Driving Law vs. Driving Etiquette
When it comes to driving, most people are fully aware of the laws that have been put in place for the safety of road users and pedestrians. However, there are a lot of rules that are just driving ‘etiquette’, and aren’t actually the law.
In this blog we will explore some of the rules of the road, to ensure you know just what is just etiquette, and what you could actually get prosecuted for.
Driving through an amber light
The law says that you should only drive through an amber light if it is unsafe to stop. If you have no other reason other than that you’re too impatient to stop at an amber light, you are actually breaking the law if you drive through it.
When to use your full beam headlights
While there is no law to say when you should or shouldn’t use your full beam headlights, driving etiquette says that they should only be used in rural areas, and when there are no vehicles coming in the opposite direction.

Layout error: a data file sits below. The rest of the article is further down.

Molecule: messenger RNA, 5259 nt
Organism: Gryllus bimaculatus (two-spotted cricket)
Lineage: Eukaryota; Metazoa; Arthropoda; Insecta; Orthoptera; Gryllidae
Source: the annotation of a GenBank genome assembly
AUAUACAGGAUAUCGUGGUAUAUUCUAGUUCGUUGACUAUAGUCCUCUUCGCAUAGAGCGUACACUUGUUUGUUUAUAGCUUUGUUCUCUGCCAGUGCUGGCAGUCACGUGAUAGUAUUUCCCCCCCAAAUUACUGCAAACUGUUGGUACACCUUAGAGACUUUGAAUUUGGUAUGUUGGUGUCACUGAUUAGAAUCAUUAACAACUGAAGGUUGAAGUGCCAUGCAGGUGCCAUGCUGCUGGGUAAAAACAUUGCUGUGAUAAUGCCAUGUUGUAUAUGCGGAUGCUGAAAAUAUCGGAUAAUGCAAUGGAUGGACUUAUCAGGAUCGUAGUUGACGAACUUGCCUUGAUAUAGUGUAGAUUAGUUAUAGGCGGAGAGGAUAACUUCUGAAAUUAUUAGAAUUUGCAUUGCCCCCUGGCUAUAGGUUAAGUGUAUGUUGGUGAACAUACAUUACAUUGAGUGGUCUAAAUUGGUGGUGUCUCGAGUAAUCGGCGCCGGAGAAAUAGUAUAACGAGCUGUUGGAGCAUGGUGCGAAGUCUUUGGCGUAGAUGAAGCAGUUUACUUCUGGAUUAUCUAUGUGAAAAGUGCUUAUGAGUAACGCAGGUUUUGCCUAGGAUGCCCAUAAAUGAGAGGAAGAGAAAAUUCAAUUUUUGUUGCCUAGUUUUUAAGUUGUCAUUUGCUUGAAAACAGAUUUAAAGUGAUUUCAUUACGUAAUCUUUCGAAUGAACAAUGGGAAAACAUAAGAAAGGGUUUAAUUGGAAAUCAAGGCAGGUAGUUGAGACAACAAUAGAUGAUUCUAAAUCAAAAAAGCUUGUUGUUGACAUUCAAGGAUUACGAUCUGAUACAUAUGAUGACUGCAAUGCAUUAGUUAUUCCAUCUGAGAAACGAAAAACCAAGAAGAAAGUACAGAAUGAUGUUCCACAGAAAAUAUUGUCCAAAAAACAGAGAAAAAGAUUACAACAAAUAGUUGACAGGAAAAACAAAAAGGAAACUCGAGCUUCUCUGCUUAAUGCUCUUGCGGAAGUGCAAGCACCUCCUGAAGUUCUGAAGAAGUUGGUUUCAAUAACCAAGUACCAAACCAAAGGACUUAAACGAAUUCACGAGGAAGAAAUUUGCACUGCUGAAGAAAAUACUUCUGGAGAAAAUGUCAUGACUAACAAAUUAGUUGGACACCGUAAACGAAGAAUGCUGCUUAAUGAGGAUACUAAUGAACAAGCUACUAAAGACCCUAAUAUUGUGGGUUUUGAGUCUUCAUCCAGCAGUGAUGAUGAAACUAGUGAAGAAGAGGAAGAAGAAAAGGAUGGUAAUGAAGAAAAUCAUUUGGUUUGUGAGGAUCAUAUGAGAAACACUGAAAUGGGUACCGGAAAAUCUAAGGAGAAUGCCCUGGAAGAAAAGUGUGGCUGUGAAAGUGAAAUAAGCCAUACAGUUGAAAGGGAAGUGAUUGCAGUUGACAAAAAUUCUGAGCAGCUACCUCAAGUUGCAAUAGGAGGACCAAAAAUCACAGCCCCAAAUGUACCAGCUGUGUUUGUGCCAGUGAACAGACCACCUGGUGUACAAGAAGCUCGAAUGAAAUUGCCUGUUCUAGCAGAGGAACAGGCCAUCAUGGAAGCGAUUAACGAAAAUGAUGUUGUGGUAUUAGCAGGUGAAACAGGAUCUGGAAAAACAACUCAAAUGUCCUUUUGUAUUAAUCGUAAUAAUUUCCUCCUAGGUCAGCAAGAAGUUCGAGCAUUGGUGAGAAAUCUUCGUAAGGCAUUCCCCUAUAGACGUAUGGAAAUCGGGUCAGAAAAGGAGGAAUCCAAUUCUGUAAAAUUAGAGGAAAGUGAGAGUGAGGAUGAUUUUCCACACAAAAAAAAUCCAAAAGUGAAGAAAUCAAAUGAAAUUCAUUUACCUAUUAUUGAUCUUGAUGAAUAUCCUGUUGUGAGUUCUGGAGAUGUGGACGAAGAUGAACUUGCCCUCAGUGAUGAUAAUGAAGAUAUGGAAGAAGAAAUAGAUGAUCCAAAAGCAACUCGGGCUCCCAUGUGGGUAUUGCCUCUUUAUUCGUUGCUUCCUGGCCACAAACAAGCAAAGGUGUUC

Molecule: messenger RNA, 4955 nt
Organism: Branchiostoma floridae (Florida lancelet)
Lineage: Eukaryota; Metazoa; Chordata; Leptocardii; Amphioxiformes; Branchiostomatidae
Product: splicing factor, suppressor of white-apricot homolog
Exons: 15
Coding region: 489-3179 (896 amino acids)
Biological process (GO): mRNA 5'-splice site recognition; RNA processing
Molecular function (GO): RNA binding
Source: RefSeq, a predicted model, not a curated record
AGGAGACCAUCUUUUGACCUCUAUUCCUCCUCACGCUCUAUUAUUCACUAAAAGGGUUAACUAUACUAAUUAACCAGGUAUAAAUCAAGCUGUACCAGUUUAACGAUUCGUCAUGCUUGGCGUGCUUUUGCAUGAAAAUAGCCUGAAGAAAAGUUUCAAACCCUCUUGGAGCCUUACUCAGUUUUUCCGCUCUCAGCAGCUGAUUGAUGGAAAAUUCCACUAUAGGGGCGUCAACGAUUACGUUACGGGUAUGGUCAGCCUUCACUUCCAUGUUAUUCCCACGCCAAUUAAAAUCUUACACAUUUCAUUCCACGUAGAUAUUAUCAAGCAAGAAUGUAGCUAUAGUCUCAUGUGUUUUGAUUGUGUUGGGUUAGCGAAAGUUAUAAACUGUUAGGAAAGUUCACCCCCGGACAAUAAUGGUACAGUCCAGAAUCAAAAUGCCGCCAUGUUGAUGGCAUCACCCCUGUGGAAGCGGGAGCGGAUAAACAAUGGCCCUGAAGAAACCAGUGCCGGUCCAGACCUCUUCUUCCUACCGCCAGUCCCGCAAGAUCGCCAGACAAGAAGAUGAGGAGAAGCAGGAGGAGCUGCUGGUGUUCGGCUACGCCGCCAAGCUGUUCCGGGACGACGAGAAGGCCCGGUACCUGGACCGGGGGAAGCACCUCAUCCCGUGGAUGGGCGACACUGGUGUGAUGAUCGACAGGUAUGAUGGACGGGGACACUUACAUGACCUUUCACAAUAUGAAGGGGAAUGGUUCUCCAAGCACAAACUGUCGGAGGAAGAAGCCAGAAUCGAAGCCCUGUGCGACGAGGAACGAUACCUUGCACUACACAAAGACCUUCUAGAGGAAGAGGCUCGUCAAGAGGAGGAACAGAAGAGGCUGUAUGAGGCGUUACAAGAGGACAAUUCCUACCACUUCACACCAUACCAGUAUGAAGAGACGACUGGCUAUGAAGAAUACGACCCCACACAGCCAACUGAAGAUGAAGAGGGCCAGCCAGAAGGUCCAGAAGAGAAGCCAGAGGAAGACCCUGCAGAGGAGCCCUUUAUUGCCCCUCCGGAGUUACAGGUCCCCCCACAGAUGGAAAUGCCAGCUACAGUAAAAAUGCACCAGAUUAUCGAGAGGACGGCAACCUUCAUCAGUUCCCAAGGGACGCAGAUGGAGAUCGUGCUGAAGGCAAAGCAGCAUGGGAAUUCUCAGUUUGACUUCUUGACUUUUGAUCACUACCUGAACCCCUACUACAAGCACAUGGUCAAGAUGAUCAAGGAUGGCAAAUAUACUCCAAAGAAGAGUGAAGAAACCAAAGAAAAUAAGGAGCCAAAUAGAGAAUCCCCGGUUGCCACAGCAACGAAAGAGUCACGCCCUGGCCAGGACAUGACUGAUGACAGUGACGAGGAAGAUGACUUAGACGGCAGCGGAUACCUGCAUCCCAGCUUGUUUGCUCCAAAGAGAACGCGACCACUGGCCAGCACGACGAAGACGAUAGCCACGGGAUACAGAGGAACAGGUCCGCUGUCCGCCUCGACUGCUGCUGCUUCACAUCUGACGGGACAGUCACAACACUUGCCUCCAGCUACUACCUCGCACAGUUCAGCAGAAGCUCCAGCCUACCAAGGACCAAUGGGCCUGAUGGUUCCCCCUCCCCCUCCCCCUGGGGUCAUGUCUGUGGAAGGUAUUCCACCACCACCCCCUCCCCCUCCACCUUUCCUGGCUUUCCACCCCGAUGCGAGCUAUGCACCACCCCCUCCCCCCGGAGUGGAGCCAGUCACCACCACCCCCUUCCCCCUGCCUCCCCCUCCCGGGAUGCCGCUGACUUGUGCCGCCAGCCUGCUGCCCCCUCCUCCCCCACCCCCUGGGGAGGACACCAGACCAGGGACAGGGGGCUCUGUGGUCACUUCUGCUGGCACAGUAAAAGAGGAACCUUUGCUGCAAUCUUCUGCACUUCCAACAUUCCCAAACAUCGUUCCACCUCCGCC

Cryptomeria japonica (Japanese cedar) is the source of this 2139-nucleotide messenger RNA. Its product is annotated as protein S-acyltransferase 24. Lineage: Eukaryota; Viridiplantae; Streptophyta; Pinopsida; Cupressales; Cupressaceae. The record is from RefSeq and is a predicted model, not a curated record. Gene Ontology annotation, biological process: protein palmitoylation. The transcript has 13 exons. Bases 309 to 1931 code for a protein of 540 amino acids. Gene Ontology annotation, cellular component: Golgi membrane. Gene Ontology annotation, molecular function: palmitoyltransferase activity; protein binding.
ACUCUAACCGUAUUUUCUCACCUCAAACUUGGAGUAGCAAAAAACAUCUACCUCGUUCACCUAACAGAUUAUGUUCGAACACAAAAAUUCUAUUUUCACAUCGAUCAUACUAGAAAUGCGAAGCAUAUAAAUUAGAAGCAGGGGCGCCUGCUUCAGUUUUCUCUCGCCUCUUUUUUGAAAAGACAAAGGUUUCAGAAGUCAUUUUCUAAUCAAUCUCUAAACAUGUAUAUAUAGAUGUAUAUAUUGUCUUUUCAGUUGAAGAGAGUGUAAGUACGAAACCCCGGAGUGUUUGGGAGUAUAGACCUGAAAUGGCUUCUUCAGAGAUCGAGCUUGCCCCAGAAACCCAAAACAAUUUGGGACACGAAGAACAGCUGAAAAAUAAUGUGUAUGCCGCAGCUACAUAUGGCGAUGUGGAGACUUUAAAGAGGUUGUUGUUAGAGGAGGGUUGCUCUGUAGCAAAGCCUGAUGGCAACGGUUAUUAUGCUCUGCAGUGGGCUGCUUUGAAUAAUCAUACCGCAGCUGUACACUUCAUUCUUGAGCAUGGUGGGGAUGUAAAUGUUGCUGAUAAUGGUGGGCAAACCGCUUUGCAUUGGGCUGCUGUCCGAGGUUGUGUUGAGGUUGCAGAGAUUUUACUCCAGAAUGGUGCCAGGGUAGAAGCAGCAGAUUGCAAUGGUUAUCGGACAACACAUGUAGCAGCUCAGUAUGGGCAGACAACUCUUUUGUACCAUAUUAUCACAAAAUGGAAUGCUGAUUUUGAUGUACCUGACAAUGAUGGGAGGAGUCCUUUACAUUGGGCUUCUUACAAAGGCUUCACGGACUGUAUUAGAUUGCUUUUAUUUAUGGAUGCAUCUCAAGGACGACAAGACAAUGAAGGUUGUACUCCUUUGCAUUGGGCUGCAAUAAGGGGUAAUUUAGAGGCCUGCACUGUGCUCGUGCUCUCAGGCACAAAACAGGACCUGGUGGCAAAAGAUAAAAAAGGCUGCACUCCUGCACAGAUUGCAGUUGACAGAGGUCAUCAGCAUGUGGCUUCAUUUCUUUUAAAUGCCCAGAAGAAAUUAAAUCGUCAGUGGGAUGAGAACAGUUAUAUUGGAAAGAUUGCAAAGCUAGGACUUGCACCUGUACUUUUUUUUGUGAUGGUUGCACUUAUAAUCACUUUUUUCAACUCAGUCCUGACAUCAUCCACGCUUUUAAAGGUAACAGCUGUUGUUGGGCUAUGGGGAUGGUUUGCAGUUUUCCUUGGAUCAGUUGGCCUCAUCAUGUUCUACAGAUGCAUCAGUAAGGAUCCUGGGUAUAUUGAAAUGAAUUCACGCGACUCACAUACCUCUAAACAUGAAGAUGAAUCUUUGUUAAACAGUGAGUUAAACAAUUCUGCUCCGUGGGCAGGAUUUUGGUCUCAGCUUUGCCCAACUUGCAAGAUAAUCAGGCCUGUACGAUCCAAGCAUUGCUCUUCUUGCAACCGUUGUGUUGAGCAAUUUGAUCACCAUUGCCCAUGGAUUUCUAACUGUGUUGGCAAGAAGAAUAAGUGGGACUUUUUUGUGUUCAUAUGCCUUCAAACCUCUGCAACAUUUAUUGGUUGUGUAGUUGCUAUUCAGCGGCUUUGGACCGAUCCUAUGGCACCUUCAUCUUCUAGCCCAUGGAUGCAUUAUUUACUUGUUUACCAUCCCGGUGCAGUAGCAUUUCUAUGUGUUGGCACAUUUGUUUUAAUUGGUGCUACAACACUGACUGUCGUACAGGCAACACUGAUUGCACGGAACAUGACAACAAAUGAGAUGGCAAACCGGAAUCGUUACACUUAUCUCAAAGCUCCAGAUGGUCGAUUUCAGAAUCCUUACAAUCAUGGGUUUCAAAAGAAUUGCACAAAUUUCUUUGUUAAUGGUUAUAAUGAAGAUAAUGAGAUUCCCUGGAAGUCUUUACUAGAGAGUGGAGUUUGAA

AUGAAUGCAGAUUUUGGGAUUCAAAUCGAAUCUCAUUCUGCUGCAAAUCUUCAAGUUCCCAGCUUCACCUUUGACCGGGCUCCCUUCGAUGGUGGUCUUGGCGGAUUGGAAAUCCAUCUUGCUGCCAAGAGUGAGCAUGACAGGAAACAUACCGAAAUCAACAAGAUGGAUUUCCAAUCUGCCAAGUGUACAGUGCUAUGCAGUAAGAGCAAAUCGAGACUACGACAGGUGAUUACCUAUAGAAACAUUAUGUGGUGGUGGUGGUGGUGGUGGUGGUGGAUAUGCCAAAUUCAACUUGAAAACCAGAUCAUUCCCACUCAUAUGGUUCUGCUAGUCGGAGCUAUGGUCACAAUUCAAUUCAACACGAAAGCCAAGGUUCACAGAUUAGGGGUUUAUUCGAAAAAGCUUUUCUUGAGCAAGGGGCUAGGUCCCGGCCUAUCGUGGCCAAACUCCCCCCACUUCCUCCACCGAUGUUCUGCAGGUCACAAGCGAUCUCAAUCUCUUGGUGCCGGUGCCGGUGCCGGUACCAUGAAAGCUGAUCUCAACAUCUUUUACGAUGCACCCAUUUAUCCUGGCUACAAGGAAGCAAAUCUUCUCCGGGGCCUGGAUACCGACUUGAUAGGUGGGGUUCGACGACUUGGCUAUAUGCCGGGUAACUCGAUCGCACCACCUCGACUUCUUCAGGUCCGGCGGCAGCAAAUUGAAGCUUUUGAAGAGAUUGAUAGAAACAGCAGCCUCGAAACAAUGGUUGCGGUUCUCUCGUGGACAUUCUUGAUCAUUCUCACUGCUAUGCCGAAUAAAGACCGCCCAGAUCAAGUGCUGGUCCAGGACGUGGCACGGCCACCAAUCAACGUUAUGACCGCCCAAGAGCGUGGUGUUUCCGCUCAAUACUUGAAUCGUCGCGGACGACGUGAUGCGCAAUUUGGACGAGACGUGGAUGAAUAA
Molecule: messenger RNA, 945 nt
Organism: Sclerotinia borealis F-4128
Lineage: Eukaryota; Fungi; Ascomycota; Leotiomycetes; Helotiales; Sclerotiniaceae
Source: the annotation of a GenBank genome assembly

Failing to turn off your full beams when there is oncoming traffic could result in drivers being dazzled, which will greatly decrease their visibility. If this causes an accident, you could find yourself facing a penalty for Driving without Due Care and Attention. This can incur 3 to 9 penalty points on your license, as well as a fine imposed by the Courts.
Speed limits around schools
You may have seen that many schools have a speed limit sign as you approach them. This will usually say something like “20mph when lights show”. Even though this is not the full time limit, it is still an enforceable speed limit, and failure to take this into consideration is breaking the law.
Keeping up with the flow of traffic on the motorway
There is a persistent driving myth that good motorway etiquette says you should keep up with the flow of traffic whilst on the motorway, even if this means driving above the speed limit. However, driving above the speed limit is against the law, regardless of where or when this occurs.
Keep to 70mph, even if the occasional vehicle flies past you at 100mph. The police have many ways of checking speed limits on motorways, including the use of speed cameras, plus unmarked and marked vehicles.
If you’ve been accused of a driving offence, we strongly recommend obtaining professional legal advice to discuss what to do next. Contact one of our expert driving offence solicitors today.